A highly useful learning concept which is valid for a wide range of situation is the learning curve, a diagrammatic presentation of the amount learned in relation to time. A typical learning curve will show on the Y-axis the amount learnt and the X-axis the passage of time.
Certain characteristics are common to all learning curves. One such feature is the initial spurt. At the beginning, it is natural that the rate of learning exhibits spurt. Usually, the graph levels off at some stage, indicating that maximum performance has been achieved. Apparently at the beginning of the learning process, the subject is highly motivated and seems to exhibit a significant surge of effort. Many experienced trainers exploit this initial spurt by selecting the most important items to be communicated and presenting them as a package to the students at the beginning of the training unit. In many ways, it is possible to exemplify the initial spurt with the aphorism “the first step is the best step”
Another feature of the curve is the learning plateau.…
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Reinforcement is the attempt to develop or strengthen desirable behavior. There are two types of reinforcements in organizational behavior: positive and negative.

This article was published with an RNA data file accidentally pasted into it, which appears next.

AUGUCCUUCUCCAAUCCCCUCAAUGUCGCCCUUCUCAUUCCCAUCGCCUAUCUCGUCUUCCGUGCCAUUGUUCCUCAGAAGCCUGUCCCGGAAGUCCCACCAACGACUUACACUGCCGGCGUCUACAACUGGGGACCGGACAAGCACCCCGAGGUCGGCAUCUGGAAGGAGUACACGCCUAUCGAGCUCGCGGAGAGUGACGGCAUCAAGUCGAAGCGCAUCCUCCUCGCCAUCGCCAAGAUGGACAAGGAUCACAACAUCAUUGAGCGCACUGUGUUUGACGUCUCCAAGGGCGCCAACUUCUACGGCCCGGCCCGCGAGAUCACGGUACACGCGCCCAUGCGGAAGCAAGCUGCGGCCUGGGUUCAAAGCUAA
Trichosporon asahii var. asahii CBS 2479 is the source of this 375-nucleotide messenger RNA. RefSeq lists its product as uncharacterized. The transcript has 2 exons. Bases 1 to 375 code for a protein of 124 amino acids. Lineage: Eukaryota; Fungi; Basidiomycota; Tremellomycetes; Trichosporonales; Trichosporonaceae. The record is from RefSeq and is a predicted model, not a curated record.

Positive reinforcement strengthens and enhances behavior by the presentation of positive reinforcers. There are primary reinforcers and secondary reinforcers. Primary reinforcers satisfy basic biological needs and include food and water. However, primary reinforcers don not always reinforce. For instance, food may not be a reinforcer to someone who has just completed a five course meal. Most behaviors in organizations are influenced by secondary reinforcers. These include such benefits as money, status, grades, trophies and praise from others. These include such benefits as money, status, grades, trophies and praise from others. These become positive reinforcers because of their associations with the primary reinforcers and hence are often called conditioned reinforcers.
It should be noted that an event that functions as a positive reinforce at one time or in one context may have a different effect at another time or in another place.…